$$For a positive integer $n$, $\phi(n)$ denotes the number of positive integers less than or equal to $n$ that are relatively prime to $n$.

What is $\phi(12)$?$$ For a positive integer $n$, $\phi(n)$ denotes the number of positive integers less than or equal to $n$ that are relatively prime to $n$. What is $\phi(12)$?

Mellie Jun 22, 2015

#1**+15 **

$$\small{

\begin{array}{l}

\text{For a positive integer }$n$ \text{, }

$\varphi(n)$ denotes the number of positive integers\\

\text{less than or equal to } $n$ \text{ that are relatively prime to } $n$.\text{ What is }$\varphi(12)$?

\end{array}

}$$

$$\small{

\begin{array}{rcl}

\text{Prime Factorization: }$12 &=& \textcolor[rgb]{1,0,0}{2}^2\cdot \textcolor[rgb]{0,150,0}{3}$\\\\

$\varphi(12) &=& 12\cdot (1-\frac{1}{\textcolor[rgb]{1,0,0}{2}})\cdot (1-\frac{1}{\textcolor[rgb]{0,150,0}{3}})\\

\varphi(12) &=& 12\cdot\frac12\cdot \frac23\\

\mathbf{ \varphi(12)} &\mathbf{=}& \mathbf{4}$\\

\end{array}

}$$

heureka Jun 22, 2015

#1**+15 **

Best Answer

$$\small{

\begin{array}{l}

\text{For a positive integer }$n$ \text{, }

$\varphi(n)$ denotes the number of positive integers\\

\text{less than or equal to } $n$ \text{ that are relatively prime to } $n$.\text{ What is }$\varphi(12)$?

\end{array}

}$$

$$\small{

\begin{array}{rcl}

\text{Prime Factorization: }$12 &=& \textcolor[rgb]{1,0,0}{2}^2\cdot \textcolor[rgb]{0,150,0}{3}$\\\\

$\varphi(12) &=& 12\cdot (1-\frac{1}{\textcolor[rgb]{1,0,0}{2}})\cdot (1-\frac{1}{\textcolor[rgb]{0,150,0}{3}})\\

\varphi(12) &=& 12\cdot\frac12\cdot \frac23\\

\mathbf{ \varphi(12)} &\mathbf{=}& \mathbf{4}$\\

\end{array}

}$$

heureka Jun 22, 2015

#2**+5 **

**I don't understand your answer Heureka.**

I think what you are just being asked is:

How many numbers less then 12 are relatively prime to 12, that is, that is the only common factor of the two numbers is 1

so the numbers will be 5,7 and 11. That is 3

So $$\phi(12)=3$$

Maybe I just don't understand the question.

[ I was supposed to include 1 as well]

Melody Jun 23, 2015

#3**+5 **

Hallo Melody,

$$\small{\begin{array}{rcl}\mathbf{ \varphi(12)} &\mathbf{=}& \mathbf{4}$\\

\end{array}}$$,

because

$$\small{

\begin{array}{r|rcl|c}

\hline

\text{number} &\text{greatest common devisor} &&& \text{relative prime, if 1} \\

\hline

1 & \gcd{(12,1)} &=& \textcolor[rgb]{1,0,0}{1} & \text{yes}\\

2 & \gcd{(12,2)} &=& 2\\

3 & \gcd{(12,3)} &=& 3\\

4 & \gcd{(12,4)} &=& 4\\

5 & \gcd{(12,5)} &=& \textcolor[rgb]{1,0,0}{1} & \text{yes}\\

6 & \gcd{(12,6)} &=& 6\\

7 & \gcd{(12,7)} &=& \textcolor[rgb]{1,0,0}{1} & \text{yes}\\

8 & \gcd{(12,8)} &=& 4\\

9 & \gcd{(12,9)} &=& 3\\

10 & \gcd{(12,10)} &=& 2\\

11 & \gcd{(12,11)} &=& \textcolor[rgb]{1,0,0}{1} & \text{yes}\\

12 & \gcd{(12,12)} &=& 12\\

\hline

&&& \text{sum} &\textcolor[rgb]{1,0,0}{4}\\

\hline

\end{array}

}$$

heureka Jun 26, 2015

#4**0 **

Heureka, I see what you did with that algorithm to find the relative primes to "n.' I've not seen that done before........but....it's pretty neat.......is there a proof of this????

CPhill Jun 26, 2015

#5**0 **

Hallo CPhill,

In number theory, **Euler's totient function** (or **Euler's phi function**), denoted as φ(*n*) or ϕ(*n*), is an

arithmetic function that counts the positive integers less than or equal to *n* that are relatively prime to *n*.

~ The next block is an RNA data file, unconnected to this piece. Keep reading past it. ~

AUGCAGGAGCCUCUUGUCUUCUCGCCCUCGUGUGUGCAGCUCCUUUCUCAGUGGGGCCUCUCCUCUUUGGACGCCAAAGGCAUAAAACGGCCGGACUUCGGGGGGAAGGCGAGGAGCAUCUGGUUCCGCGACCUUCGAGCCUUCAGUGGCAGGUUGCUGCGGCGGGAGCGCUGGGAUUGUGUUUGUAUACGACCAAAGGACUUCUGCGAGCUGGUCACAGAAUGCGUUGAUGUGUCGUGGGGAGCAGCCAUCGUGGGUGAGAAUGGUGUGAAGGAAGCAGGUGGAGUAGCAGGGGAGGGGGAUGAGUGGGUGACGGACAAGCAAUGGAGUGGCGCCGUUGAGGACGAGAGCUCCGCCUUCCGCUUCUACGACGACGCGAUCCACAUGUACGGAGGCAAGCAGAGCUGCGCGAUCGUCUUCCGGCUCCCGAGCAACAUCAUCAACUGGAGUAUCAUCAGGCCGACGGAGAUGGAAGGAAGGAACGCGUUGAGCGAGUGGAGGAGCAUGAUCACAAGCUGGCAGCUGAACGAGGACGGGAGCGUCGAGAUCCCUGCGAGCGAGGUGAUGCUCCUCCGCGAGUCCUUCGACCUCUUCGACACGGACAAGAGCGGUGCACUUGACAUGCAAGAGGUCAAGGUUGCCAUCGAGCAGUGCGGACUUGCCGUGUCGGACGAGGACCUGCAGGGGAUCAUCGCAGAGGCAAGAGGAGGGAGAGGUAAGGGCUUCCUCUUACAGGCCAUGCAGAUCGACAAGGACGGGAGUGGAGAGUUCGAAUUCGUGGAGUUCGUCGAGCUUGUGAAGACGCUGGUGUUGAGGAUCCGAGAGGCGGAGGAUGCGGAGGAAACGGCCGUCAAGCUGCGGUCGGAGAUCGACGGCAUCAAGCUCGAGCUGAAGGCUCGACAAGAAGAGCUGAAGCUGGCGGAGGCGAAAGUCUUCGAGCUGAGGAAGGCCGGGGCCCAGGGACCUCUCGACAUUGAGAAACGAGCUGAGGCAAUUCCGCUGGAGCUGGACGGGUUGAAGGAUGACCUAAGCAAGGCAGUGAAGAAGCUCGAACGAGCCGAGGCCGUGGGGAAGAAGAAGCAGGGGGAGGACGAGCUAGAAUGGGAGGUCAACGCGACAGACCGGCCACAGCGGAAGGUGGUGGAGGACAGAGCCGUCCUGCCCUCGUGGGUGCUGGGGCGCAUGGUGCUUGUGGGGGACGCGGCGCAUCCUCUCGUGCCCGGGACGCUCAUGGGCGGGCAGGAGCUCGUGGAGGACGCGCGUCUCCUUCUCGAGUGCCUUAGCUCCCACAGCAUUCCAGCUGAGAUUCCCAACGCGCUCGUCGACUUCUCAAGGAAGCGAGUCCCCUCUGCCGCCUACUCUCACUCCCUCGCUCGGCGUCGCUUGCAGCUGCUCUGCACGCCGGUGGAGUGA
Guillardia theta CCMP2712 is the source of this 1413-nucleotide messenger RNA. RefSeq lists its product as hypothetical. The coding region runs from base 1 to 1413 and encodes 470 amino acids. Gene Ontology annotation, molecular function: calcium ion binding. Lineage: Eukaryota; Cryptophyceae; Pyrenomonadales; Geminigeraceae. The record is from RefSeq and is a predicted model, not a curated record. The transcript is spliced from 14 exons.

(These integers are sometimes referred to as totatives of *n*.)

**Thus, if n is a positive integer, then φ(n) is the **

**number of integers k in the range 1 ≤ k ≤ n for which the greatest common divisor gcd(n, k) = 1**.

see more... https://en.wikipedia.org/wiki/Euler%27s_totient_function

heureka Jun 26, 2015

#6**0 **

Thank you Heureka :))

I have included this thread under [advanced number theory]

in our

"Reference Material" sticky thread

Melody Jun 27, 2015

#7**+10 **

Euler's Totient Function briefly explained.......I'm certainly no expert, but, after reading some about this, here is a "quick and dirty" explanation of "why it works".......

Let p be some prime number.......then the number of positive integers that are * not *relatively prime to p

Then, there must be p^{k-1} positive integers that are * not* relatively prime to p

p^{k} - p^{k-1} = p^{k} ( 1 - 1/p )........let's look at a simple example.....

Let's find φ(1000).........we are aking...."How many positive integers are relatively prime to 1000??"

Note that 1000 = 2^{3} * 5^{3} ...so........ φ(1000) = φ(2^{3} * 5^{3}) = φ(2^{3}) * φ(5^{3})......then.....applying our "formula".....we have.......

φ(2^{3}) = 2^{3}(1 - 1/2) = 8(1/2) = 4.........note that this is true......the number of positive integers that are relatively prime to 2^{3} = (8) are 1, 3, 5 and 7........seen another way.....p^{k} - p^{k-1} = 2^{3} - 2^{(3-1)} = 8 - 4 = 4

Now......look at φ(5^{3})......our "formula" gives us 5^{3}(1 - 1/5) = 125(4/5) = 100.....this means that there are 100 positive integers that are relatively prime to 125.....this is easy to see.......the one's that * aren't relatively prime *to 125 are.....all multiples of 5 from 1-125 = 25 of them.......that means that 100 positive integers

So.....the number of positive integers that are relatively prime to 1000 is just 4 * 100 = 400......Again, this is easy to see.......no * even* positive integers are relatively prime to 1000......this leaves a possible 500 that are......but all odd multiples of 5 aren't relatively prime to 1000, either, and there are 10 in each 100........for a total of 100 in all......so.... 500 - 100 = 400 positive integers that are relatively prime to 1000 !!!

Thanks again to Heureka for letting us in on this "trade secret"........this is a pretty neat theorem.....!!!

CPhill Jun 28, 2015

#8**+5 **

Hallo CPhill,

here a easy proof about Euler Phi-Function: see in german: "Satz von Euler" from Prof. Christian Spannagel PH Heidelberg: https://www.youtube.com/watch?v=DU082wcr40A

heureka Jun 29, 2015